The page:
Thursday, September 6, 2007

An ethical dilemma

I am not proud of this picture, which shows the contents of my kitchen and pantry. I have so much kitchen stuff. You see why I was talking about simplifying a few posts back!

Why has my kitchen relocated to my guest room futon? I've had roaches for a few months and it's really been wearing me down. There's nothing like walking in the door at 8:00 (the time I get home if I work out) and dealing with roaches on the floor and counter. Hence my dilemma. I believe in animal rights but I don't consider roaches animals. Still, I dislike killing things and a roach bloodbath lowers my spirits. What does an aspiring vegan with a roach problem do?

Reader, I chose annihilation. Yesterday I bought a $500 roach extermination package which includes an initial sweep, a follow-up visit, and monthly visits for a year. I almost consider that cheap for my peace of mind. Before the first "treatment," I had to clean out my entire kitchen so the exterminator could access the deepest crevices of my cabinets. It took over an hour to move everything out, and that was even with the help of HS and my future mother-in-law (thanks, guys!).

Animal-rights-inclined readers, what do you do when you have an insect infestation?


Anonymous said...

Are you sure that's not a picture of my kitchen?


bazu said...

I had a mild ant-infestation once, and I found many folk remedies that worked: "erasing" their tracks, bay leaves, mint, etc. They were gone in a couple of days and never came back, but in the meantime, I'm sure I killed some.

Katyola said...

Wow! Thanks for the honesty. When I had severe ant problems in C-ville (to the point where I dreaded entering my kitchen), I wound up using ant sand, which keeps them from coming in the house in the first place. This worked really well, and in some ways I think it was a more humane solution because before that, I was spraying bug spray around window sills and the door — not good for anyone, including me and the cats.

Vegetation said...

I must confess that I don't kill ants in my kitchen but I draw the line at weevils and roaches ::shudder::

As for your kitchen, don't worry, if I had to empty mine out I'd have 3 times that amount of stuff (plus a whole heap I know I don't know about!).

For roaches, I lay the trusty old roach baits around the kitchen. If they want to live in the laundry where they're not bothering me that's fine, but I don't want them near my food!

Theresa said...

Roaches and ants are a given here... when it gets warm, they will infest your kitchen. I've actually had ants drag sand and dirt from somewhere and start to build nests in corners. They currently keep trying just behind the sink (on the counter top... seems like there'd be a better location).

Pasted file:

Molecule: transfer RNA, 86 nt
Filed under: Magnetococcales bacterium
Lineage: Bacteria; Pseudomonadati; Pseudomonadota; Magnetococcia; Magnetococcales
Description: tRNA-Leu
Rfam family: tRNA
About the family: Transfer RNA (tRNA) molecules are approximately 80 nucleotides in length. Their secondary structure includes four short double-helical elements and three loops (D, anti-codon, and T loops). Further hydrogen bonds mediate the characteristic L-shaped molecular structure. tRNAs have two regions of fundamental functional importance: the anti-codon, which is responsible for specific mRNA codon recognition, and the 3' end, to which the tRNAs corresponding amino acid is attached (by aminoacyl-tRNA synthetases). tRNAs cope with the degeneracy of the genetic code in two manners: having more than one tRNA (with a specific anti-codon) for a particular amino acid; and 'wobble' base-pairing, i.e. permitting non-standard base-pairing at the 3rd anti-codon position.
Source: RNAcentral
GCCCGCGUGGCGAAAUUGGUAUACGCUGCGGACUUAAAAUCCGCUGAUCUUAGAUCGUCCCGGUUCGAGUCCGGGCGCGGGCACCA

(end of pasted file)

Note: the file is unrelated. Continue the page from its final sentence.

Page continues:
When that happens, we make sure ALL our food is in airtight containers. We take out the trash every night, sweep the floor every night, and make sure no dirty dishes are left around. You can always tell when you've missed a spot when wiping the countertop, because there will be an orgy of ants on that one little spot.

Aside from trying to make life inhospitable for the little pests, Andy will sometimes kill them to feed to the fish. We've also had roach baits in the past, but I feel quite bad about that.

Ethically, I think a line can be drawn between killing needlessly and protecting your food from diseases that bugs can carry. When killing is necessary, just try to make it as quick and painless as possible!

Theresa said...

wow, sorry for the ridiculously long comment!

Tofu Mom (AKA Tofu-n-Sprouts) said...

Roaches spread disease. Allowing the other humans and pets you feed and cook for to (potentially) become sick from the roaches, or subjecting them to roach germs is NOT compassionate in the least!

Get rid of the suckers. Any way you need to do it. And don't feel bad about it in the least.

sarah.lawrance said...

total annihilation!!!

no, seriously i really don't like bugs. yick. my roommate's old apartment had a bedbug infestation (yes, they're real, and yes, they bite) that apparently started in her neighbor's apartment, and within months they'd spread to most of the 20-storey building.

to get rid of them she had to wash and dry on high heat every piece of fabric she owned (clothes, linens, etc) and freeze everything else. So pretty much everything she owned either got thrown out or put into storage over the winter to kill the little buggers and their eggs. the landlord got an exterminator to treat the apartment, but they hide in the walls and come back when the chemicals are gone! so she moved out and had the new apartment (ours) exterminated to take care of any stow-aways. these critters are hardier than roaches! it's really gross. we haven't seen any since, but every time i see a flax seed out of place or a dark piece of fluff my heart jumps into my throat!

Amy said...

Thanks for the comments, everyone. I think roaches are harder to get rid of with "natural" remedies than other pests (like mice and ants). I have a bad-karma kind of guilt over killing them, but no pity for the roaches in particular.

I saw the most roaches when I'd been out of the house for several days, so I don't think the problem was related to food preparation or having food out (I've gotten into the habit of cleaning up immediately after a meal anyway). Luckily, I never saw them in an actual package of food in my pantry.

Sarah, your bedbug story sounds absolutely horrendous. I knew some people that got them from our volunteer hostel when I was in Africa, but luckily I never got them.

urban vegan said...

I'm so sorry about your problem! That has to be hard and I can totally empathize. Unfortunately for you, roaches are the dinosaurs of the insect kingdom and are very adaptable. If I were in your shoes, I am sure I would fight back with all I had, too.

I found these natural remedy sites--hope hey help (Soem remedies are kinder than others):

Good luck.